In the above-described embodiment, cane sugar (white sugar) is used. However, the same effects can be obtained using grape sugar, fruit sugar and malt sugar. These sugars may be used solely or in combination. Additives may be added to the sugars. The density of the saccharide aqueous solution is not always limited to those described above and it may be varied within an electrospark machining enabling range as indicated in FIG. 1. The machining solution of the invention is applicable not only to the ordinary electrospark machining method but also to other electrospark methods where a wire is used as the machining electrode.

In machining a workpiece with the nonflammable saccharide aqueous solution of the invention as the machining solution, no fire is caused even if a mistake is made during the machining operation. Accordingly, an electrospark machining device can be so designed that it automatically machines workpieces which is an important labor-saving feature. The machining solution of the invention produces no foul odor. Even if the machining solution sticks to the hands of the operator, there is no danger as the solution is not poisonous. Thus, the machining solution of the invention is free from sanitary hazards and can be used in safety which contributes to an improvement of the machining work efficiency. In addition, the machining solution of the invention can be readily prepared.

An anticorrosive may be employed as an additive to the saccharide aqueous solution of the invention in order to eliminate a difficulty that, when an electrospark machining operation is carried out using saccharide aqueous solution, for long periods of time, the workpiece corrodes during the machining operation. Examples of appropriate anticorrosives are sodium nitride, sodium polyphosphate, sodium dichromate and sodium silicate. However, especially triethanol amine in an amount of 0.05 to 0.1% by the weight of the nonflammable machining solution is most suitable in terms of its density, insulating properties and the machining rate provided.

Furthermore, a preservative may be employed as an additive to the above-described saccharide aqueous solution. The use of a preservative is effective in eliminating the difficulty that, when an electrospark machining operation is carried out with a nonflammable machining solution including saccharide for long periods of time, the machining solution may be spoiled during the machining operation thus reducing the service life of an ion exchange bath which is provided for maintaining the resistivity of the machining solution.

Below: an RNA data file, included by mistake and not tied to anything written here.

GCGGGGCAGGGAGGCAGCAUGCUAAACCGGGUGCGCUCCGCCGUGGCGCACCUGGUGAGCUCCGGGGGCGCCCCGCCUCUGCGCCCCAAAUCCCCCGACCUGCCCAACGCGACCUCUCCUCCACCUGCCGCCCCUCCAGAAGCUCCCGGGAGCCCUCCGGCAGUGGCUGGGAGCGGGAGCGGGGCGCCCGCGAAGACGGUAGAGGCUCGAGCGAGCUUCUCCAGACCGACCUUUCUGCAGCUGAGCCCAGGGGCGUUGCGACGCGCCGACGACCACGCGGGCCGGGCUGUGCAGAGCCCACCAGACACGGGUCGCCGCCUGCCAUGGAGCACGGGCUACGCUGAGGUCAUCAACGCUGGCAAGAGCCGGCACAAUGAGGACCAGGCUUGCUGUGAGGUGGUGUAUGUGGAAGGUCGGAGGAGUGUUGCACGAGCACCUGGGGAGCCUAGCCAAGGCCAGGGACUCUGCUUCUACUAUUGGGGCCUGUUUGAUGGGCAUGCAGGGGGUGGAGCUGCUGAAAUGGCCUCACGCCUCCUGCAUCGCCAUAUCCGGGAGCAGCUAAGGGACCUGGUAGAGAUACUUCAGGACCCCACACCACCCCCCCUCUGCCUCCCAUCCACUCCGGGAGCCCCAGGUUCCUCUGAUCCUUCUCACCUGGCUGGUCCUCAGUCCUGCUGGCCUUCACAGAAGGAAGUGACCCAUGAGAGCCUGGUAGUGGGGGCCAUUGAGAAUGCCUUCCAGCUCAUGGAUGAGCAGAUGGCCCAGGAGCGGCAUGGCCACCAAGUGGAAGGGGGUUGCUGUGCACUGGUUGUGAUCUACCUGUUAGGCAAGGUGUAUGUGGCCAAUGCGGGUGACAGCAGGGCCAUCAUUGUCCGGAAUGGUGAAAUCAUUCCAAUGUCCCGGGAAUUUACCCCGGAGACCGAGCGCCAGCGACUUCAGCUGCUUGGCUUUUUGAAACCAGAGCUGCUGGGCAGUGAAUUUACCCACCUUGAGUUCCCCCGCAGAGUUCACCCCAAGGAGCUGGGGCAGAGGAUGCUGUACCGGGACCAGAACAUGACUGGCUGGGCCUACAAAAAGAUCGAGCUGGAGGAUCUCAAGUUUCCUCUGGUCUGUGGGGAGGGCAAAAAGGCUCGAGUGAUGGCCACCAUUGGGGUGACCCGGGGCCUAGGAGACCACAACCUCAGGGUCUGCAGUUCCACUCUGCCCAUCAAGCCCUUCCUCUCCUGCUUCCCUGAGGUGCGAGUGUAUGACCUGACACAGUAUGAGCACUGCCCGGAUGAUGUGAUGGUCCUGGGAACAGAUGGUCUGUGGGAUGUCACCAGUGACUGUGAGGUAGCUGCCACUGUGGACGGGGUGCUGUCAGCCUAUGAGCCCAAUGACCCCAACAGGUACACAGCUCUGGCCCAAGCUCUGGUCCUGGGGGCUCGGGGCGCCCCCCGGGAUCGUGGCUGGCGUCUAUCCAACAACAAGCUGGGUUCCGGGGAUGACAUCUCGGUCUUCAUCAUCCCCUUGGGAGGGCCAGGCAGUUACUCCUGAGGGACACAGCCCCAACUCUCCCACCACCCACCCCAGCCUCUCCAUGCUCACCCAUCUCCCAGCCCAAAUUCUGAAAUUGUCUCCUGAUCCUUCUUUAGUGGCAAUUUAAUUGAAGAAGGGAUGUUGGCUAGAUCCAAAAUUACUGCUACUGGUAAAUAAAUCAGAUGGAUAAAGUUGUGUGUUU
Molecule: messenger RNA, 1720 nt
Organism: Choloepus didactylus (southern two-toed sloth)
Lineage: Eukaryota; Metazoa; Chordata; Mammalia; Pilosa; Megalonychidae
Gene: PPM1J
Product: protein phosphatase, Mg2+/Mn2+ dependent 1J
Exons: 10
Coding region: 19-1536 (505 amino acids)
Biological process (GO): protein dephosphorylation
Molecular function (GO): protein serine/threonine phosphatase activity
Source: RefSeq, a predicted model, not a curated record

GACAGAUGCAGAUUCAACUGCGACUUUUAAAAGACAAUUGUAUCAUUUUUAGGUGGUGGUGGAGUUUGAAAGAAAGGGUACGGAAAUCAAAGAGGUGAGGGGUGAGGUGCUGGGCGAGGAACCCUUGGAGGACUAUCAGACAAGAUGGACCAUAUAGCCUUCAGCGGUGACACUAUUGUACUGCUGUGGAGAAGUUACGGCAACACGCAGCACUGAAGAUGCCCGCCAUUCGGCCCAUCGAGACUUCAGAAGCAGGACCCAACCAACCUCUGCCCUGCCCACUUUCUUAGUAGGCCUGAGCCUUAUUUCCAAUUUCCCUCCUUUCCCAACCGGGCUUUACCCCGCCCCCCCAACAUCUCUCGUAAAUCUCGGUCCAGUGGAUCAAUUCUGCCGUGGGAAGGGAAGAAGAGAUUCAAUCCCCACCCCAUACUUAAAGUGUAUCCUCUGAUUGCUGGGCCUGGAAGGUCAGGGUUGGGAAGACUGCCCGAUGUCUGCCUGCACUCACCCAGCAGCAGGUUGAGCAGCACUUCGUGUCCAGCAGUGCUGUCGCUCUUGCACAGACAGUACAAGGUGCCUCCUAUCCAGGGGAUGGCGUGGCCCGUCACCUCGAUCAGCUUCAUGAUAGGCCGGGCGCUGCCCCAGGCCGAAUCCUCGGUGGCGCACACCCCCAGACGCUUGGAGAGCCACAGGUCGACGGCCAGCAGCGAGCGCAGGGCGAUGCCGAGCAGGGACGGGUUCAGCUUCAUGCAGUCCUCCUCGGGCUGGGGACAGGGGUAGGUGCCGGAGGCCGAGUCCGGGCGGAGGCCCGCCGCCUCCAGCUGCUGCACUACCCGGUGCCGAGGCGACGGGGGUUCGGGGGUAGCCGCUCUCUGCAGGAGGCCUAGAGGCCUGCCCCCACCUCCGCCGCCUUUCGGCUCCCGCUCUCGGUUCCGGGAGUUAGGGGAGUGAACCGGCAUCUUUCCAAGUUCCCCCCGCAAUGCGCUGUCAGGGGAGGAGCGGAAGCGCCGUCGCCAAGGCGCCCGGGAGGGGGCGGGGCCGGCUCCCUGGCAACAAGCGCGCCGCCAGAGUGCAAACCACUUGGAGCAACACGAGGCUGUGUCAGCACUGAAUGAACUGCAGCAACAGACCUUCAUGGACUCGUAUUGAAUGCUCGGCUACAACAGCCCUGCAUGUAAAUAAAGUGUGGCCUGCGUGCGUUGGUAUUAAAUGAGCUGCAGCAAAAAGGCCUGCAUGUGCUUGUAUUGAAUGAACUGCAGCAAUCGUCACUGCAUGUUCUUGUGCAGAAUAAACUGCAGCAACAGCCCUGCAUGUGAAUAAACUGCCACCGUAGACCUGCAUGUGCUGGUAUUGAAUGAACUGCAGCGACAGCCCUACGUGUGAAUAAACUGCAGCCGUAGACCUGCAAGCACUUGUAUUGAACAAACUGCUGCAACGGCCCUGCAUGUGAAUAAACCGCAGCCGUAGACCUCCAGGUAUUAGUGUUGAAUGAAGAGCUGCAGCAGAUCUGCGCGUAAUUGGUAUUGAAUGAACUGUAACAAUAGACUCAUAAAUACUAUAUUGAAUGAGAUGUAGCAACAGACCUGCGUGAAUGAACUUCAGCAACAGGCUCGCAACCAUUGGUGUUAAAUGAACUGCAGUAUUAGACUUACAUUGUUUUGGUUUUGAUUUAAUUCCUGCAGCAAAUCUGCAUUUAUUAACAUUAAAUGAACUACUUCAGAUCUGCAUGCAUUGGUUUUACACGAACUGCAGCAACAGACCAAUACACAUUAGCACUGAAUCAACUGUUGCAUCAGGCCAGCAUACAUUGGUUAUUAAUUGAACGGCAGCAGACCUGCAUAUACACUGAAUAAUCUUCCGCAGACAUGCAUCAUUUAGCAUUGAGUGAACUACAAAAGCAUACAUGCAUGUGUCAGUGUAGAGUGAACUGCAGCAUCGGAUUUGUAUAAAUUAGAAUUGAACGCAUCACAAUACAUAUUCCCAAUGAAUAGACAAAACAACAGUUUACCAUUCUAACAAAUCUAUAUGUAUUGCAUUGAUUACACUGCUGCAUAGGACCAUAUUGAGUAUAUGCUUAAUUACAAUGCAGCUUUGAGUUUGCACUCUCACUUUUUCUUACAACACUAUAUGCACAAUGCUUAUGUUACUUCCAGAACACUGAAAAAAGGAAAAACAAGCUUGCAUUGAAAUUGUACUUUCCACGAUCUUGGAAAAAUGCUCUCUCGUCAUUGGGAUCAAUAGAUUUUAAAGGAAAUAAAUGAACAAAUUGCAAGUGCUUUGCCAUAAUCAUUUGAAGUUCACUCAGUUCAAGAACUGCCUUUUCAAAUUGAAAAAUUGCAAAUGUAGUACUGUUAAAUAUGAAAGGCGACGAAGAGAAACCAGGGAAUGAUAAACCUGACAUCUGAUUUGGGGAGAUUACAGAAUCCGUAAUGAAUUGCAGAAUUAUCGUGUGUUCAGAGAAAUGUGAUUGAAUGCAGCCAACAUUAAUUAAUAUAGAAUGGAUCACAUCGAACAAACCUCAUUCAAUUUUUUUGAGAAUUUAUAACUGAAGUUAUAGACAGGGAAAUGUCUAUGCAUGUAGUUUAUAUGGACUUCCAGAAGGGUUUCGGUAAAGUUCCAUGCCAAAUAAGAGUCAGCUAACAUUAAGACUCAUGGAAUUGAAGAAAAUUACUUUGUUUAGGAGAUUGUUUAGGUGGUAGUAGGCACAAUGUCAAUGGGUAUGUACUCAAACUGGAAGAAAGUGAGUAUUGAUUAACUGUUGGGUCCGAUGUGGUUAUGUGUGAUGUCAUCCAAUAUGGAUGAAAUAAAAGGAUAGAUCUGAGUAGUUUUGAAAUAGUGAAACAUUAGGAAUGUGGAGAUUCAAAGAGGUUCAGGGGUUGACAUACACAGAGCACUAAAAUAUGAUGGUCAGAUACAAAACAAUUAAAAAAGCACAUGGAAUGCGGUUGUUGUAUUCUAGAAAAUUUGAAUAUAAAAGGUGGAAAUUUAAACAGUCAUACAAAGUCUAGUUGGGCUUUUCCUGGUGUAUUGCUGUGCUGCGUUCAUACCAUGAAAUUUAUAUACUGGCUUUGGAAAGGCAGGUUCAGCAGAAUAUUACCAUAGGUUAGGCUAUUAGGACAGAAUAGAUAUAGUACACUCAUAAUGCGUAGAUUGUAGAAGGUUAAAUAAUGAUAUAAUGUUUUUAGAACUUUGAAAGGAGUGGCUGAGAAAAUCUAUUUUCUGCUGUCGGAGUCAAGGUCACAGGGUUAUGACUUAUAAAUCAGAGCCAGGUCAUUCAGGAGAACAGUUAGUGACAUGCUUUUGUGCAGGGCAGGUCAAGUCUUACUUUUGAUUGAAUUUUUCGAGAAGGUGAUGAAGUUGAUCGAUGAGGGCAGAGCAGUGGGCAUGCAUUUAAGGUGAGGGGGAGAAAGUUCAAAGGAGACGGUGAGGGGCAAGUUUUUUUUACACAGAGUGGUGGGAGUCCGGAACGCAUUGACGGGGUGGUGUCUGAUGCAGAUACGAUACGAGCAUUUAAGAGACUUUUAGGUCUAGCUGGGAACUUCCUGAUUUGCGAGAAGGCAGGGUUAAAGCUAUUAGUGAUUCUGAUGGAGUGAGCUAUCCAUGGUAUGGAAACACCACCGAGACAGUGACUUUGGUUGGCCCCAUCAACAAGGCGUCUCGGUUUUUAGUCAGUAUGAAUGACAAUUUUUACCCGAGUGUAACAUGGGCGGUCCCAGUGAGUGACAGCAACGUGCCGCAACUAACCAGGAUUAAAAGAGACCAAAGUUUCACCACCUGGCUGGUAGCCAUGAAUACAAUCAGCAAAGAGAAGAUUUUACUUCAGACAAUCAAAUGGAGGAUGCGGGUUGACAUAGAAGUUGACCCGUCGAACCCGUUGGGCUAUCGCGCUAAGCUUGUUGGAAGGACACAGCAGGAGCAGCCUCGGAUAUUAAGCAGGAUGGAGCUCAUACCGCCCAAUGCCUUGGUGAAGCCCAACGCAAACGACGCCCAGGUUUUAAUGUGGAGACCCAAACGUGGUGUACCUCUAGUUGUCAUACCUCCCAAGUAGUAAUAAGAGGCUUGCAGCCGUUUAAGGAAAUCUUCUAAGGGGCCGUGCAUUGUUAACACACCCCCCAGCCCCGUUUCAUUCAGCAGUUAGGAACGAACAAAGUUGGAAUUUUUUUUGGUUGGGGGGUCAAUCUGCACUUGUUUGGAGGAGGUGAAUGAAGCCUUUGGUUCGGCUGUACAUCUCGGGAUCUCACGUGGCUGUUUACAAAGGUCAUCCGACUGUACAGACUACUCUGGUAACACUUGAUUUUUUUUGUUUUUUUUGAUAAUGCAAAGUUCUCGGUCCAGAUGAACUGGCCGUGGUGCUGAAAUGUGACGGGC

Electrospark machining solutions prepared by adding benzoic acid, salicylic acid and dehydroacetic acid as preservatives to nonflammable machining solutions including saccharide aqueous solution have been tested. However, with these preservatives it has been difficult to obtain sufficient preservative effects with an acceptable insulation resistance.

The insulation resistance property will be discussed in more detail. If benzoic acid of 0.1% by weight is added to the nonflammable machining solution including the saccharide solution, the resulting resistivity is 2.3103 Ωcm, if 0.1% of salicylic acid is added thereto, the resistivity is 8.0102 Ωcm, and if dehydroacetic acid of 0.1% is added thereto, the resistivity is 9.5103 Ωcm. In order to obtain a preferred insulation resistance of 1104 Ωcm, it is necesary to reduce the density of the preservative to a considerably low value. A solution with a preservative the density of which is thus reduced has a considerably low preservative effect to the extent that it is not practical for use as a machining solution.

In order to eliminate the above-described difficulty and to provide an electrospark machining solution which can provide the desired insulation resistance and machining rate as in a nonflammable machining solution containing saccharide solution and is yet sufficiently effective in preservation, a machining solution has been prepared by adding an alkyl para-hydroxybenzoate, specifically ethyl para-hydroxybenzoate of 0.01% to 0.1% by weight to the nonflammable machining solution containing saccharide solution.

The relation between the density of ethyl para-hydroxybenzoate and the preservative effect will be specifically described. Table 3 below indicates the relationships between machining solutions of different densities, time until the solutions are spoiled, and the resistivities of the solutions after thirty days.